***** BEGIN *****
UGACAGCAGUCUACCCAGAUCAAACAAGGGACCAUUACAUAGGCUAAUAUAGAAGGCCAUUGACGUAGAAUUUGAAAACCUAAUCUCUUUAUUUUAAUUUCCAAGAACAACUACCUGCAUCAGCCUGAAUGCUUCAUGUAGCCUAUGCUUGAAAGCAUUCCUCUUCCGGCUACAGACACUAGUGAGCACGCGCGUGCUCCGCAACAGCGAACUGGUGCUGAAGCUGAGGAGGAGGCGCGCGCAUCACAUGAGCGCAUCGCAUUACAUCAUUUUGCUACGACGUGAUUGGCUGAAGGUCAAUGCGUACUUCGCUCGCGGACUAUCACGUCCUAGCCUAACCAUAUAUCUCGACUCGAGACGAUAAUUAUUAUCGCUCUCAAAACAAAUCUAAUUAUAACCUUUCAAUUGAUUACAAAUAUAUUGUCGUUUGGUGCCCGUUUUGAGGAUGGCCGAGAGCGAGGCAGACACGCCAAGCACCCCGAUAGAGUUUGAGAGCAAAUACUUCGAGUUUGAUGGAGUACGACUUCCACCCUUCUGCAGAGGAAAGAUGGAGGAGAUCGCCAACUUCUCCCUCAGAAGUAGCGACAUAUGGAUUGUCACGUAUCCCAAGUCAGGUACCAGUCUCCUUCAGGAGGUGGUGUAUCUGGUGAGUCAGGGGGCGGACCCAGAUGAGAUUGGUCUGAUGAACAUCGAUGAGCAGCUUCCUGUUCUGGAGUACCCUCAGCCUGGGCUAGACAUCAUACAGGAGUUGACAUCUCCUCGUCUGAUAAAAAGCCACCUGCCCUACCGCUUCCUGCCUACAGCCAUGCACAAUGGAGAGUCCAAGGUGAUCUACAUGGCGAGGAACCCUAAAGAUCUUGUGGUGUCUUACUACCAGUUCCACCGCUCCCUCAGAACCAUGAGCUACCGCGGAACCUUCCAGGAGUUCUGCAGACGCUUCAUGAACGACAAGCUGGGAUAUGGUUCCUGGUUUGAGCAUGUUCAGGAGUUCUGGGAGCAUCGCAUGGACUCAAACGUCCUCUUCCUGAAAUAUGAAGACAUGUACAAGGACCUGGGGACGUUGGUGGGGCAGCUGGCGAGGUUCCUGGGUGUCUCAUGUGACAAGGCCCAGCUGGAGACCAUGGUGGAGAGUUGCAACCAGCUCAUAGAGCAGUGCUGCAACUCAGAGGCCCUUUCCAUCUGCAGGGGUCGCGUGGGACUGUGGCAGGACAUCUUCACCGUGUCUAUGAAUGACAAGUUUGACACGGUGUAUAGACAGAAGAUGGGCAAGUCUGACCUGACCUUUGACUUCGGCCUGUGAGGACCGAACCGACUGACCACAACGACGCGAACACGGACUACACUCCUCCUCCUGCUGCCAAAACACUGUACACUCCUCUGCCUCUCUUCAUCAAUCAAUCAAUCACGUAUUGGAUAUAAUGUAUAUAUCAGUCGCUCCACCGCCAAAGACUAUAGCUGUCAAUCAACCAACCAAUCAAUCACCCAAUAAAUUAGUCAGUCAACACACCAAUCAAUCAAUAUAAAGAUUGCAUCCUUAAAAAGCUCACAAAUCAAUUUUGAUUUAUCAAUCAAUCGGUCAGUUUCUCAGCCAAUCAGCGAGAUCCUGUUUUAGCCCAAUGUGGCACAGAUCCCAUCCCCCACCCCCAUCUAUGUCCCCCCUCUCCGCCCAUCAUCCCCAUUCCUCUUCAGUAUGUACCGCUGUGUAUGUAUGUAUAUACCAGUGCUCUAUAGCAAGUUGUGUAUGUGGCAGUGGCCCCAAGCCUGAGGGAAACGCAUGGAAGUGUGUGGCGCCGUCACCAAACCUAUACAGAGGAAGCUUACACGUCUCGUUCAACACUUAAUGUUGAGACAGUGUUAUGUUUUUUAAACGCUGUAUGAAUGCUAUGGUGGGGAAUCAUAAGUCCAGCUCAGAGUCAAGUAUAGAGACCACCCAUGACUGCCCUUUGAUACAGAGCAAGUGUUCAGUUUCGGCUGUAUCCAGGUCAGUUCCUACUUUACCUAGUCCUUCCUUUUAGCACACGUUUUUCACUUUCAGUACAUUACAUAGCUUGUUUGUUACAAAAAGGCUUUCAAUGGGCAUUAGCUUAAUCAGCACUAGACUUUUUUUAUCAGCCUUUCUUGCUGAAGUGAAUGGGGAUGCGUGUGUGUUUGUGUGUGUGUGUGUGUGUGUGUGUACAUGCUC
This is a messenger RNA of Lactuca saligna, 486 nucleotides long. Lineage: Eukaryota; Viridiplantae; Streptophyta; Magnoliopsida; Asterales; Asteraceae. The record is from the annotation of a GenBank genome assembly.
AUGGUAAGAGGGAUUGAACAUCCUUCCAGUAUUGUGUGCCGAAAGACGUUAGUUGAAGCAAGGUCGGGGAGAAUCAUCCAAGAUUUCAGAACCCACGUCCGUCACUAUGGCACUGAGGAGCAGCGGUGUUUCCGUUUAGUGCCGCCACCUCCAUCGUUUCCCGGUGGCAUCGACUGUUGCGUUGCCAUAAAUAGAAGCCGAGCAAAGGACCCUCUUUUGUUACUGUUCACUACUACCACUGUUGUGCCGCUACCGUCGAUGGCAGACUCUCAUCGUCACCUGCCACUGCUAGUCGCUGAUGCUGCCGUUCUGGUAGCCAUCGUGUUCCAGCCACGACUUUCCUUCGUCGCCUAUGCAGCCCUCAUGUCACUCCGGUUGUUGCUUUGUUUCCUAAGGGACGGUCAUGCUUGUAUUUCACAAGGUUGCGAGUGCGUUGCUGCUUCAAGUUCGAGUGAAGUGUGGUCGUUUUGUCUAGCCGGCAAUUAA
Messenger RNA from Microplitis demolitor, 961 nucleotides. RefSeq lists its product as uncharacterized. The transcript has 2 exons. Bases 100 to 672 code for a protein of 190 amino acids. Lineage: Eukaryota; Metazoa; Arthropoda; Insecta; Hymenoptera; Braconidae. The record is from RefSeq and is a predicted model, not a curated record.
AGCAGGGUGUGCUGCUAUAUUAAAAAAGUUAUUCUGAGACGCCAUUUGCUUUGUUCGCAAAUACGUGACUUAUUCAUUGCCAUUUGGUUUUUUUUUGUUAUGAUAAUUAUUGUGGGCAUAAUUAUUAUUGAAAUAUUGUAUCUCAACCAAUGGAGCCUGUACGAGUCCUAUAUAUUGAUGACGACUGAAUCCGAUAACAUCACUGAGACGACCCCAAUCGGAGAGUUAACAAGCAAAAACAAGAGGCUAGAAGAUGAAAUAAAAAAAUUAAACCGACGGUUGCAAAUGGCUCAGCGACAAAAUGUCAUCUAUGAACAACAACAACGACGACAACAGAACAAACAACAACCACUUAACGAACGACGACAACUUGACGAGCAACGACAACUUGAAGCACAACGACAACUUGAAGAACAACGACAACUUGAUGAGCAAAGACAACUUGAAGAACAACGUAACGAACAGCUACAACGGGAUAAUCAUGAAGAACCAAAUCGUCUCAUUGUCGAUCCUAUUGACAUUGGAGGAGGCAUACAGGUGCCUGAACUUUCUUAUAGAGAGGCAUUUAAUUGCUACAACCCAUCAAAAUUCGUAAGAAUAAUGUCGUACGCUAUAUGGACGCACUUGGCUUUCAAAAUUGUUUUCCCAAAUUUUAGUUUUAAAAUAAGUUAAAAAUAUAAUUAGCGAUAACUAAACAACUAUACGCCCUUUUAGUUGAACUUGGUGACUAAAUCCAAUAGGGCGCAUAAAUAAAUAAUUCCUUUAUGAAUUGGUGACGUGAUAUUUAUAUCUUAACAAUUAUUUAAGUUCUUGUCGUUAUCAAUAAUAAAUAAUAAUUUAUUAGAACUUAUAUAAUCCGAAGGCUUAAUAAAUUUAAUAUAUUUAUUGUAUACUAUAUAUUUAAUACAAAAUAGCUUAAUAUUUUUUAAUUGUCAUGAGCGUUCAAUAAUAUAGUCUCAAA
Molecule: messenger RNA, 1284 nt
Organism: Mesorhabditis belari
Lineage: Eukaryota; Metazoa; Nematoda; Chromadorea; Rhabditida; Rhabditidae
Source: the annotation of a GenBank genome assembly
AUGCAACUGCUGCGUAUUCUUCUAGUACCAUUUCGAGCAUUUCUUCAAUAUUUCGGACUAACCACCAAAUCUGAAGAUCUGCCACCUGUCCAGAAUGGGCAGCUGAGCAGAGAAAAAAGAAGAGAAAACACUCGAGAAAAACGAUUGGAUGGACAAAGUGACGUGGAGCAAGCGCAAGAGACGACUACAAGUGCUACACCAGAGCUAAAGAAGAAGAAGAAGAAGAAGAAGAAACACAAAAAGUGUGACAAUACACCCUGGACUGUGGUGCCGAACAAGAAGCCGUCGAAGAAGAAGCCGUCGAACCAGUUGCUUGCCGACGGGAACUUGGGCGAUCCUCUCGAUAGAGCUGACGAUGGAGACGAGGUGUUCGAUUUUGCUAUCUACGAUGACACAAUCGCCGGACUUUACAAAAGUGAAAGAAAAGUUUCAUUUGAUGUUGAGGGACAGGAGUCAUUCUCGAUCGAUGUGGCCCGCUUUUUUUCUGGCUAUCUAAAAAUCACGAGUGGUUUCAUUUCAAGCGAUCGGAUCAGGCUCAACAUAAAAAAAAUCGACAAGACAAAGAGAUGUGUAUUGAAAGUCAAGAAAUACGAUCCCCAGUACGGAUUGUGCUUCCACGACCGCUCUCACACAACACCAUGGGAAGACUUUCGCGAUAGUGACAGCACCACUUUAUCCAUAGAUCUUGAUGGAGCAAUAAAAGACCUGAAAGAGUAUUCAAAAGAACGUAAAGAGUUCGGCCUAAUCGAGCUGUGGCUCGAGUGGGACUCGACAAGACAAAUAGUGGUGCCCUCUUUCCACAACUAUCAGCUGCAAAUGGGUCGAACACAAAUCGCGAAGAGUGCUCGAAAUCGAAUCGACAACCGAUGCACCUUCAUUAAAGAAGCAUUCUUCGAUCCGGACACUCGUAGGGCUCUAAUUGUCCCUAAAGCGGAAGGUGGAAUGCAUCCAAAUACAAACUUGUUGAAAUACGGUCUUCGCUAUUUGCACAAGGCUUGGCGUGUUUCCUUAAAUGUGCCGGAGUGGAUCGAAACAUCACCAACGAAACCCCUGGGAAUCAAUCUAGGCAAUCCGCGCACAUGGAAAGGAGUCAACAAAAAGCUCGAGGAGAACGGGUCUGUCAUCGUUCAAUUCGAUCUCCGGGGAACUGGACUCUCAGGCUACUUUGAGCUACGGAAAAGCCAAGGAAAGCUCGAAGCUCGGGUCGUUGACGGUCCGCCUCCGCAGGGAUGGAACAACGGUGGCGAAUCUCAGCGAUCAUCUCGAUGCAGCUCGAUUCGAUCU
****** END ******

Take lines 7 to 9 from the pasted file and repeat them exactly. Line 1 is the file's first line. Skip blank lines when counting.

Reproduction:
Organism: Mesorhabditis belari
Lineage: Eukaryota; Metazoa; Nematoda; Chromadorea; Rhabditida; Rhabditidae
Source: the annotation of a GenBank genome assembly